The transtheoretical model of behavior change assesses an individual’s readiness to act on a new healthier behavior, and provides strategies to guide the individual to action. The model uses six stages to describe what every person must overcome when trying to drop a poor habit in exchange for a healthier habit.

If you’re working to drop a bad habit, reading about the six stages of overcoming addiction may help you on your journey. 6 Stages of Overcoming Unhealthy Habits

Stage One: Decide if a problem exists

The precontemplation stage is when you aren’t quite ready to admit a problem exists. “Ignorance is bliss”. The first step towards making positive change is acknowledging a change is needed. Until you admit something is harmful, you can not begin to replace it with something better.

How can you help someone in this stage?

  • Understand their lack of readiness and remind them the decision is theirs.
  • Encourage them to reevaluate and consider their current behavior and actions.
  • Explain and personalize the risks that come from continued addiction and poor health.

Stage Two: Weigh your Options

At the contemplation stage, you acknowledge a problem exists but are not sure if a change is necessary. You’re “sitting on the fence”, and are considering your options more than actual change.

How can you help someone in this stage?

  • Understand the person’s lack of readiness and remind them that the decision is theirs.
  • Explain the long term benefits to themselves, their families, and their loved ones.
  • Encourage them to evaluate the pros and cons of behavior change.

Stage Three: Prepare to Change

In the preparation stage, you are getting ready to change and building the determination to see the effort through. At this point, all it takes is willpower and determination on the part of the individual. As you start to understand that the change will benefit you, and you have the determination to move forward, you can start to take action..

How can you help someone in this stage?

  • Help identify friends and family they can lean on for support.
  • Identify and assist in problem solving and overcoming obstacles.
  • Encourage small initial steps and provide support along the way.

Stage Four: Take Action

The action stage is when the person actually makes the change they’ve been preparing for. Action starts on the first day. Focus on the first, and don’t focus on the second until it comes. The same goes for years, weeks, and months. If you practice your new behavior one day at a time, eventually it will become a new habit, replacing the old. It is said that after only 30 days, a new habit is born. Start building it today.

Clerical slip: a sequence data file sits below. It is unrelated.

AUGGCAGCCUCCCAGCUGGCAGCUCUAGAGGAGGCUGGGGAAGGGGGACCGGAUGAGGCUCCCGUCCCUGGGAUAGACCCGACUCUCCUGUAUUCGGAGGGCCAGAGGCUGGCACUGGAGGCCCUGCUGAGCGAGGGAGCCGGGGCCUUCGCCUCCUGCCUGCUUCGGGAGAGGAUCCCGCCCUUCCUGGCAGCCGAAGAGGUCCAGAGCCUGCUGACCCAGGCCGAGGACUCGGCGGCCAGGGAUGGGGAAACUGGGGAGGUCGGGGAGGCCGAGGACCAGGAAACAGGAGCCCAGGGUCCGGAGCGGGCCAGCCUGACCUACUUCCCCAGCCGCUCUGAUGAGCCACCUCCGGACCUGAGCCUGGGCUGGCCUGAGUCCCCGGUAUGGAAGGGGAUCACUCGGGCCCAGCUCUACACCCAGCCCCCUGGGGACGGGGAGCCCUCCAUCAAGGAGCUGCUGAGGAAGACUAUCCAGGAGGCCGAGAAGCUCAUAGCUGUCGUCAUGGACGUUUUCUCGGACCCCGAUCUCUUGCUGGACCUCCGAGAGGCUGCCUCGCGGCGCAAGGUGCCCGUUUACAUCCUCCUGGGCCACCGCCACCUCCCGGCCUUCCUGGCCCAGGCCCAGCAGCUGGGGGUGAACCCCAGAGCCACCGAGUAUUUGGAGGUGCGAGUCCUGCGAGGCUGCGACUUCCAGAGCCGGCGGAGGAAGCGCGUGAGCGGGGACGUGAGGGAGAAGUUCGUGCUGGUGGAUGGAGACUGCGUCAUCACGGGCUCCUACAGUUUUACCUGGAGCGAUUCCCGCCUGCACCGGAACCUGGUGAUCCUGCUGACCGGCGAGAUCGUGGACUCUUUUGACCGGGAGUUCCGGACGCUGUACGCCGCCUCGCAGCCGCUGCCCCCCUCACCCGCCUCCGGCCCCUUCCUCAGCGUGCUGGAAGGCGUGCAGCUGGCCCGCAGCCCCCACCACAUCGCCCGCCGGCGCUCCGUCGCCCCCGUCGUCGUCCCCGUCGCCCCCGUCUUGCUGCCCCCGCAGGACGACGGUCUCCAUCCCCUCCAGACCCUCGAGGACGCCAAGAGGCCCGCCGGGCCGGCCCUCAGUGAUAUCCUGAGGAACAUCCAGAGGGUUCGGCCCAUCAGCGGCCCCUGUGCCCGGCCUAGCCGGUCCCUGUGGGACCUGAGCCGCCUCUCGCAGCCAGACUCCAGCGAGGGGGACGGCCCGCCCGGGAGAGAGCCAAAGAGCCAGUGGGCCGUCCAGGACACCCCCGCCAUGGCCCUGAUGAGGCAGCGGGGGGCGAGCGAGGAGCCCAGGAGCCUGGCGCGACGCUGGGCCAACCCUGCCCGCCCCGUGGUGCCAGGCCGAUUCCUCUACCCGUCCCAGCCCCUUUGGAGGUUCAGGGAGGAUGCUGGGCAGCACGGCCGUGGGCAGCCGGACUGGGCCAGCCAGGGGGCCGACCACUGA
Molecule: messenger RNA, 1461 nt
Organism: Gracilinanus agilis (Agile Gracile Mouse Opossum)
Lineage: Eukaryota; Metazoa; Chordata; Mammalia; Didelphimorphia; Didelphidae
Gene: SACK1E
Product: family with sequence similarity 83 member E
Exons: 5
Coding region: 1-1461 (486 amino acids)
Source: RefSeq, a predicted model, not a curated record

How can you help someone in this stage?

  • Remind them of their social support and reinforce the positive affects of their changes.
  • Reinforce the fact that they’ve successfully controlled their mind to overcome the bad habit.
  • Continuously remind them of the long-term benefits.

Stage Five: Maintain Progress

The maintenance stage should last the rest of your life. Lifestyle changes are never finished. Maintaining the change is the key to reaping the rewards of all your hard work in each of the previous stages. From 6 months to five years, you’re in the maintenance stage and your only goal is to build on the progress already made. After that you should be fully aligned with your newer, healthier image of yourself. Make a continued commitment to your positive behavior.

How can you help someone in this stage?

  • Reinforce the rewards
  • Congratulate them on their progress
  • Remind them that you’re there if they need support

Stage Six: Maintain Success or Try Again

At this point either you’ve completely ceased the bad habit or you’ve returned to old behaviors. If you’ve changed, congratulations. If you’ve relapsed, identify what triggered the relapse, deal with the stress and/or situation that caused the relapse, and get back up and try again with a stronger focus on maintaining the positive changes.

How can you help someone in this stage?

  • Remind them that setbacks are a part of life
  • They got that far once, they can get there again
  • Remind them of their motivation and long term benefits

Most people who successfully change bad habits go through the stages of change three or four times before they’re able to successfully overcome a bad habit. That is okay. Just as life is always changing, so are we. As long as you steer your ship in the right direction, you’re sure to find harbor eventually. You had the power to change at one point, and you have the power to change again. This time – for good.

Ask your doctor about support groups in your local area if you feel you would benefit from social support.

Read More
Changing for Good: A Revolutionary Six-Stage Program for Overcoming Bad Habits and Moving Your Life Positively Forward discusses the six stages of change and provides strategies to help you quit smoking, eliminate alcohol use and change eating and exercise habits. The National Cancer Institute Found this program more than twice as effective as standard programs in helping smokers quit for 18 months.

ImageMelanie Tata (CC BY 2.0)